I have been a bit homesick lately.
Not just for the home I grew up in, but for a place in general.
It’s hard to explain.
I feel this yearning for home, but I am just quite sure where ‘home’ is.
I think the actual word is hiraeth, a Welsh word meaning a homesickness that can’t be translated. Whatever it is, I have felt it.
There’s the town I grew up in, just outside of Athens. A small, sleepy bedroom community that has blossomed over the years to a place proud of its roots and traditions as it reaches towards the future.
I spent the first 25 years of my life fighting like mad to get out of that town, only to have spent the better part of the last 15 trying fervently to get back.
I miss it.
I miss my family that lives there.
I miss the friends I have known since I was just a few years old, and all the memories we made.
And I miss my home.
There was nothing fancy about the home I grew up in, nothing remarkable.
It was a simple brick house that my grandfather turned into a duplex, for lack of a better explanation, for my Mama and I so they could help take care of me.
It didn’t have anything special about it like the homes of my friends. No huge closets, no basement where people could gather, not even a bathroom with a garden tub.
It was pretty boring and something I was not exactly proud of growing up because it was not as nice as my friends.
But there was something special about it. Something that made me feel safe and secure.
I can remember how the screen door would slam shut behind me when I would enter through the door on Granny’s side of the house. I can still smell the aroma of fried chicken and biscuits wafting from the kitchen or the welcomed scent of her homemade chocolate pound cake.
I can hear a Georgia game blaring from the den as my grandfather and uncle watched the game, can hear the swear words shaking the walls when we lost.
I can feel needles lost in couch cushions, still threaded as they find flesh through blue jeans when I sit down. I can see fabric strewn carefully about as Granny worked on yet another quilt.
I can see Mama’s favorite spot on the couch, where she would sit and do her crosswords, her home decorating magazines taking up precious coffee table real estate where her Diet Coke should have sat. Cats would appear briefly, only to scatter, as peering eyes would be spotted from around doors.
I can hear Mama complaining about the horrendous red, black and gold shag carpet that screamed the 70s. Even though it was beyond tacky, it was familiar and part of the mélange of home.
But that home is not even there anymore, sold with the accompanying land several years and in the process of a future development, torn down.
A lifelong friend told me she was looking for it as she and her husband drove to Athens and when she came upon the empty clearing, she burst into tears.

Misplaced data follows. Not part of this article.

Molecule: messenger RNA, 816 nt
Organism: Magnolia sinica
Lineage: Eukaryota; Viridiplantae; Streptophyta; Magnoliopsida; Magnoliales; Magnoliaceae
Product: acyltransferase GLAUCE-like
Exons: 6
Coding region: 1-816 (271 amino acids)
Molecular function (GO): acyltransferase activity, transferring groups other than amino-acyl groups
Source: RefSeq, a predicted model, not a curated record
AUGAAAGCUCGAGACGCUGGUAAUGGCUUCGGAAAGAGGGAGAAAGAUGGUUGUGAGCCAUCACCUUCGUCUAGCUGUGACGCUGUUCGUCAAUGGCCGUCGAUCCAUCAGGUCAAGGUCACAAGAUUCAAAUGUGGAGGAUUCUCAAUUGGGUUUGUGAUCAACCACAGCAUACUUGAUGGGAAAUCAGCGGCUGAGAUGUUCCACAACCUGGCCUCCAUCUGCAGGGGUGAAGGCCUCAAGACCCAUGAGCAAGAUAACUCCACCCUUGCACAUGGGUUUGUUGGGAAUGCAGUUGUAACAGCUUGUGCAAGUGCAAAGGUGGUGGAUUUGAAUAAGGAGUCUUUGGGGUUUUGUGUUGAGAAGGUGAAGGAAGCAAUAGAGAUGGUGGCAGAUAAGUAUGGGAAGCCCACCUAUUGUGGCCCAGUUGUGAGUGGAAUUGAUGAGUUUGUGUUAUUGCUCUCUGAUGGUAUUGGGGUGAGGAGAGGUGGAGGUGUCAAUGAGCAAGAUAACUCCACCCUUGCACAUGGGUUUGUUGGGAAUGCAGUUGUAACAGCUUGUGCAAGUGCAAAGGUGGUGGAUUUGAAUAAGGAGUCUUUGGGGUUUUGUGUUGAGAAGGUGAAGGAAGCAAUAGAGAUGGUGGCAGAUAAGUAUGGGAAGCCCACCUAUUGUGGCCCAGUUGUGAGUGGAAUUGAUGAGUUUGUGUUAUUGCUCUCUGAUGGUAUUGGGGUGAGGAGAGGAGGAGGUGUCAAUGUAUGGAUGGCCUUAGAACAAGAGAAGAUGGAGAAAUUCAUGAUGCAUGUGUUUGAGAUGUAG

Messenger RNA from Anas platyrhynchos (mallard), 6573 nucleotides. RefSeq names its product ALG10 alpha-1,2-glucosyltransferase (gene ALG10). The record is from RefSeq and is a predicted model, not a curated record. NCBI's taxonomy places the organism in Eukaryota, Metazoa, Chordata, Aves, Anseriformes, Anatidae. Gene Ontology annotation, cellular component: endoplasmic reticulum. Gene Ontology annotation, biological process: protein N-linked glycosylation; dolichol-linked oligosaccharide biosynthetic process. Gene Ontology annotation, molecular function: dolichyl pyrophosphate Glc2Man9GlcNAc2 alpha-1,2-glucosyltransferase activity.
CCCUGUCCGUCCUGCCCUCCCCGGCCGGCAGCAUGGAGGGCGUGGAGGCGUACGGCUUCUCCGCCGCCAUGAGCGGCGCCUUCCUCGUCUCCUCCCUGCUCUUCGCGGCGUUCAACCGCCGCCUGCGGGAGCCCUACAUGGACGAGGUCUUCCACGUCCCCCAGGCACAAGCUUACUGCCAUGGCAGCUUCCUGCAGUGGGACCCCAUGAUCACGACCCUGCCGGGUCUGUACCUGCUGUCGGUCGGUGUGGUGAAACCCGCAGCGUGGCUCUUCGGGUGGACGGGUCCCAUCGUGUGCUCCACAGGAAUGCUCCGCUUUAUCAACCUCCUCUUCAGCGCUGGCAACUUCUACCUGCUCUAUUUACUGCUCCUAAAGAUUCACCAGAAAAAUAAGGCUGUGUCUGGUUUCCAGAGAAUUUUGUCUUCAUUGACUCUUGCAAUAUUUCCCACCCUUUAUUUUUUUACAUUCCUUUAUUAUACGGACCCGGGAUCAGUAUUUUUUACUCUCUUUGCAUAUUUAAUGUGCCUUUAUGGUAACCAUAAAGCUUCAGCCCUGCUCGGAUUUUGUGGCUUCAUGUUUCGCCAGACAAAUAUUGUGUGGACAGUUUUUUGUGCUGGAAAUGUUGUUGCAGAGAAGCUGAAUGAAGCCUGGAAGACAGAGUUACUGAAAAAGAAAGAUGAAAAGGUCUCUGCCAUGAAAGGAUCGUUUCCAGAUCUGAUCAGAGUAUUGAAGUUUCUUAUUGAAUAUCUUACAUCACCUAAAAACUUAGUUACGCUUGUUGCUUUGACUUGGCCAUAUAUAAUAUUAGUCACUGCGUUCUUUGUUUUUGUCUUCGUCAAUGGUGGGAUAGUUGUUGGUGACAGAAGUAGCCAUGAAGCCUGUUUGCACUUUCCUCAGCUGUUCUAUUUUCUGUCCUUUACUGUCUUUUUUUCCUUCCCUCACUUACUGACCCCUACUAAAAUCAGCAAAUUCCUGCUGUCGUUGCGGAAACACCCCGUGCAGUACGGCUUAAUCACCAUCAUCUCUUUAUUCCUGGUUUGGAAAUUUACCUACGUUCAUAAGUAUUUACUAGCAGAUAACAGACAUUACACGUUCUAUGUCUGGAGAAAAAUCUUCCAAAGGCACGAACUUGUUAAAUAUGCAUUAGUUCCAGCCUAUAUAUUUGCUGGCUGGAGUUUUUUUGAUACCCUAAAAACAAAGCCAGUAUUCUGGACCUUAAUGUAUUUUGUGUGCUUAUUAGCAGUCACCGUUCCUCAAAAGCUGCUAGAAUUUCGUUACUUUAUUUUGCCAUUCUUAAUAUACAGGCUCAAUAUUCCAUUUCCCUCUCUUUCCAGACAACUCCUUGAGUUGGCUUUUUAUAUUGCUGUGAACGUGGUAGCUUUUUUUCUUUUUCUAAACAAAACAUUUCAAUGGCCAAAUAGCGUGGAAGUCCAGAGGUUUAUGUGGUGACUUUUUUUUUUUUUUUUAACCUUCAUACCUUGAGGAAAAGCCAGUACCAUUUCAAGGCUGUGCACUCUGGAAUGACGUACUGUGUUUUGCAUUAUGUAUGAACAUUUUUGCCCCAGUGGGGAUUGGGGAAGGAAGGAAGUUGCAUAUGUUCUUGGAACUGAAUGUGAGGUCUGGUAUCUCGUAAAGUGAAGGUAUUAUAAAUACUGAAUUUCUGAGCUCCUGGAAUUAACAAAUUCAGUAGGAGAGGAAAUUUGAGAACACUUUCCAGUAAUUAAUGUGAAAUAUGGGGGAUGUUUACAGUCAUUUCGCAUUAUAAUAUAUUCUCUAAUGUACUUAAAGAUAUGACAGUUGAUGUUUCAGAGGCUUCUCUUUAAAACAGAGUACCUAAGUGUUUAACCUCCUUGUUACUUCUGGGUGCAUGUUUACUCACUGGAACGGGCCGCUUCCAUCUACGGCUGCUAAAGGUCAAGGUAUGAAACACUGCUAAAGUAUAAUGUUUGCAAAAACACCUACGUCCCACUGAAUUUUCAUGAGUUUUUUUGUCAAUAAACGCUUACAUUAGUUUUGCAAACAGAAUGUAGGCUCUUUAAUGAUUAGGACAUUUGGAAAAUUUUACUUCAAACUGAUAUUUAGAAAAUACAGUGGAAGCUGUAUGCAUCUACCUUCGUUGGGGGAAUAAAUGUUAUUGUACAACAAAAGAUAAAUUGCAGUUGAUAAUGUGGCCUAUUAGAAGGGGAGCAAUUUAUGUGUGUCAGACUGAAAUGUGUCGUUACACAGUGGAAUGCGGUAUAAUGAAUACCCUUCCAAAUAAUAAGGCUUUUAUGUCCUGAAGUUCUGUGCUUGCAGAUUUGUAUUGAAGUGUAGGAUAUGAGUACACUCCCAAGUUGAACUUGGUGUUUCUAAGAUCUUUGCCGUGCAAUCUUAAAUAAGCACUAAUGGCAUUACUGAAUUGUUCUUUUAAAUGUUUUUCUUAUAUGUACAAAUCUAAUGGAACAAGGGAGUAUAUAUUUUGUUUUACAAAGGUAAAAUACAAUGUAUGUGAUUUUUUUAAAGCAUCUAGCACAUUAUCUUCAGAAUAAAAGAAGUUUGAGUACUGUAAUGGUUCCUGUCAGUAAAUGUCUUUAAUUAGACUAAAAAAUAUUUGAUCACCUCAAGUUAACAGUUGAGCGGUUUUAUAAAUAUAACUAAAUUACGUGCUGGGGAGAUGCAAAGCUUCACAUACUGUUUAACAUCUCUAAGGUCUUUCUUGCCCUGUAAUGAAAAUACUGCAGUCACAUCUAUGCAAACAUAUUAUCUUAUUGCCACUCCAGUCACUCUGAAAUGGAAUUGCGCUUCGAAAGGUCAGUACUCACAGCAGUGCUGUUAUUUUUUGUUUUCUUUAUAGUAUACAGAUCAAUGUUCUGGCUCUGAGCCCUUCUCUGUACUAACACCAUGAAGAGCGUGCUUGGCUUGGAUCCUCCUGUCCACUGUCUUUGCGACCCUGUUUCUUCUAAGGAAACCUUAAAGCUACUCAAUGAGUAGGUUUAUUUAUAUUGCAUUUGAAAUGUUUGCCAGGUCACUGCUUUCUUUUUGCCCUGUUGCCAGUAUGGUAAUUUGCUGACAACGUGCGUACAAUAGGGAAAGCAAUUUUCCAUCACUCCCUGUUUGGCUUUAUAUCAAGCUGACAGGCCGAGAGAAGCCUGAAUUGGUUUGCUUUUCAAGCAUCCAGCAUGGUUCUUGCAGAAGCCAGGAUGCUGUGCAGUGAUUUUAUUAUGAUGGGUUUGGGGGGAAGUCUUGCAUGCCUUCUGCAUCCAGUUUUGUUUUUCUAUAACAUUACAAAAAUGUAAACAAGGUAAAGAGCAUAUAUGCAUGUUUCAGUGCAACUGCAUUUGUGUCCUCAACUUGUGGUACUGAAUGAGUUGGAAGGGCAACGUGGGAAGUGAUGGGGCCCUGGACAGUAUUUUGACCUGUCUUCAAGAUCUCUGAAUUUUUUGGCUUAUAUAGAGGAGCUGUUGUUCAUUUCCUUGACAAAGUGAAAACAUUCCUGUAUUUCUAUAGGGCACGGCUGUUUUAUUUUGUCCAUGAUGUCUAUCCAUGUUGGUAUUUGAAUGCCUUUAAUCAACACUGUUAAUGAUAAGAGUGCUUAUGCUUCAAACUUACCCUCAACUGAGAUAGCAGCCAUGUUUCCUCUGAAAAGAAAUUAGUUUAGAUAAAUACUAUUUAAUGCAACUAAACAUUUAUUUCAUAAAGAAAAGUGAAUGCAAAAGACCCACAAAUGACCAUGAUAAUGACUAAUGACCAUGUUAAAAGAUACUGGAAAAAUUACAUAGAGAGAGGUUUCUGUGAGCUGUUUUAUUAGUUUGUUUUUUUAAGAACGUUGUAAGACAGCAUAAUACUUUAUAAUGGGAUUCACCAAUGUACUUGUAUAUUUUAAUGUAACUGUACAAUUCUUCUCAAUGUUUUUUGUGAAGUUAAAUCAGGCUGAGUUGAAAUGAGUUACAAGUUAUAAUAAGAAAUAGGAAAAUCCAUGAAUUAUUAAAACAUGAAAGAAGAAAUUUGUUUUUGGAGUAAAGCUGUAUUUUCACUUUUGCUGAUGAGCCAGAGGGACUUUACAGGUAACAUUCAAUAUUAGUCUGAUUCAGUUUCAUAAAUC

“So many of my childhood memories were there,” she wrote me.
I have dreamed of that house, many, many times. Dreamed I have been back in there, talking to my family. Dreamed I was walking in the door, pulling down the drive way, or standing in the kitchen.
I told another friend this one day, saying wistfully I wasn’t sure why I dream about that place so much.
“Because home means more than just a house,” she said. “It is often where we feel safe and secure. Maybe that is why you dream about it? Did you feel safe there?”
I sure did. I was safe and loved and nurtured. I haven’t had that since I left.
And yet, it was something I refused to go back to when life fell apart.
Instead, I stayed in the other town I yearn for, the other place that feels like a home of sorts in my heart.
A place where I learned a lot about myself and for the first time, stood on my own two feet. I had to learn how to survive, even though I failed horribly.
In a lot of ways, it was the place I did my second growing up.
My child was born there.
A lot of the friends I made as an adult were there.
Some of the biggest leaps of faith were made there.
Some big mistakes were made there, too, but I’d like to believe the leaps of faith kind of made up for them.
But, it is not a place I visit very often. It involves going through Atlanta to get there and traffic causes me to have horrible panic attacks.
It is still a place I yearn for and get little pangs of nostalgia for from time to time.
I left that place and somehow, ended up in the mountains.
I love it here, I do; but that doesn’t negate the yearnings I have.
I asked Cole if here or anywhere near here had ever felt like home. He has grown up here and it is really the only place he has ever known. But did it feel like home in his heart?
He thought about my question, looking out the window at the passing scenery as we drove.
He was quite reflective in his response.
“I have always felt like where ever you and Dad are is home,” he began. “Where ever we are with our loved ones is home. It’s not a place or a building really; it’s more about family.”
And maybe that’s what I have felt along.
Not a connection to a home or a town but one that goes deeper to the soul.